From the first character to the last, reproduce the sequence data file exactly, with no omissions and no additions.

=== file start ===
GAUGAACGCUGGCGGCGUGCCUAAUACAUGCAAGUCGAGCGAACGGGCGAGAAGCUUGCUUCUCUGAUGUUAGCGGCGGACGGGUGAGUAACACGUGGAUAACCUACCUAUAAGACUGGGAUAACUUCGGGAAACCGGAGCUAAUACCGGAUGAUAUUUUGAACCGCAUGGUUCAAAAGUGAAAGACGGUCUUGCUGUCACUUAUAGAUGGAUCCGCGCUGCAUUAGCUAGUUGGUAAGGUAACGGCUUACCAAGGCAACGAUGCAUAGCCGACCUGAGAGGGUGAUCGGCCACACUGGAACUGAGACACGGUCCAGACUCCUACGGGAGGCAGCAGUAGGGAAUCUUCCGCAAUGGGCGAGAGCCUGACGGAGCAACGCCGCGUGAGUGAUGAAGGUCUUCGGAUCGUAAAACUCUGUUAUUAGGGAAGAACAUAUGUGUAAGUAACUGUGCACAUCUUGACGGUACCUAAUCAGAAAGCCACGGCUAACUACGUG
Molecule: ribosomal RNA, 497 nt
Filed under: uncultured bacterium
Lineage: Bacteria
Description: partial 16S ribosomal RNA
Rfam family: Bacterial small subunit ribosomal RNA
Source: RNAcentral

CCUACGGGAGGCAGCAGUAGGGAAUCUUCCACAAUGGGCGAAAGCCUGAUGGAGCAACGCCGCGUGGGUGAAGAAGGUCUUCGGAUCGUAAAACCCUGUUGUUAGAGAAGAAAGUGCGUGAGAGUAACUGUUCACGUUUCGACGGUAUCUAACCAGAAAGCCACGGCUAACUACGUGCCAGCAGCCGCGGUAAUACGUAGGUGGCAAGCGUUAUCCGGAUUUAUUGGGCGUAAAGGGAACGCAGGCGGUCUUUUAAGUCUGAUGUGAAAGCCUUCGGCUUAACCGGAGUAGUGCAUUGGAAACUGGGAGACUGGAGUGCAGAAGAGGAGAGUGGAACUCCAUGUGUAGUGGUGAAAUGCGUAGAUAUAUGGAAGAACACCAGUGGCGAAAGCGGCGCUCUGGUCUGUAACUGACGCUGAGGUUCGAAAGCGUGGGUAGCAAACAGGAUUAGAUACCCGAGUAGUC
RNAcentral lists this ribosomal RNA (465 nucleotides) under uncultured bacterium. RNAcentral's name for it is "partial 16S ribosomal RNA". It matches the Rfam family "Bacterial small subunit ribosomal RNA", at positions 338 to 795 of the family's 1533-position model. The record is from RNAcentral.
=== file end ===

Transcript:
GAUGAACGCUGGCGGCGUGCCUAAUACAUGCAAGUCGAGCGAACGGGCGAGAAGCUUGCUUCUCUGAUGUUAGCGGCGGACGGGUGAGUAACACGUGGAUAACCUACCUAUAAGACUGGGAUAACUUCGGGAAACCGGAGCUAAUACCGGAUGAUAUUUUGAACCGCAUGGUUCAAAAGUGAAAGACGGUCUUGCUGUCACUUAUAGAUGGAUCCGCGCUGCAUUAGCUAGUUGGUAAGGUAACGGCUUACCAAGGCAACGAUGCAUAGCCGACCUGAGAGGGUGAUCGGCCACACUGGAACUGAGACACGGUCCAGACUCCUACGGGAGGCAGCAGUAGGGAAUCUUCCGCAAUGGGCGAGAGCCUGACGGAGCAACGCCGCGUGAGUGAUGAAGGUCUUCGGAUCGUAAAACUCUGUUAUUAGGGAAGAACAUAUGUGUAAGUAACUGUGCACAUCUUGACGGUACCUAAUCAGAAAGCCACGGCUAACUACGUG
Molecule: ribosomal RNA, 497 nt
Filed under: uncultured bacterium
Lineage: Bacteria
Description: partial 16S ribosomal RNA
Rfam family: Bacterial small subunit ribosomal RNA
Source: RNAcentral

CCUACGGGAGGCAGCAGUAGGGAAUCUUCCACAAUGGGCGAAAGCCUGAUGGAGCAACGCCGCGUGGGUGAAGAAGGUCUUCGGAUCGUAAAACCCUGUUGUUAGAGAAGAAAGUGCGUGAGAGUAACUGUUCACGUUUCGACGGUAUCUAACCAGAAAGCCACGGCUAACUACGUGCCAGCAGCCGCGGUAAUACGUAGGUGGCAAGCGUUAUCCGGAUUUAUUGGGCGUAAAGGGAACGCAGGCGGUCUUUUAAGUCUGAUGUGAAAGCCUUCGGCUUAACCGGAGUAGUGCAUUGGAAACUGGGAGACUGGAGUGCAGAAGAGGAGAGUGGAACUCCAUGUGUAGUGGUGAAAUGCGUAGAUAUAUGGAAGAACACCAGUGGCGAAAGCGGCGCUCUGGUCUGUAACUGACGCUGAGGUUCGAAAGCGUGGGUAGCAAACAGGAUUAGAUACCCGAGUAGUC
RNAcentral lists this ribosomal RNA (465 nucleotides) under uncultured bacterium. RNAcentral's name for it is "partial 16S ribosomal RNA". It matches the Rfam family "Bacterial small subunit ribosomal RNA", at positions 338 to 795 of the family's 1533-position model. The record is from RNAcentral.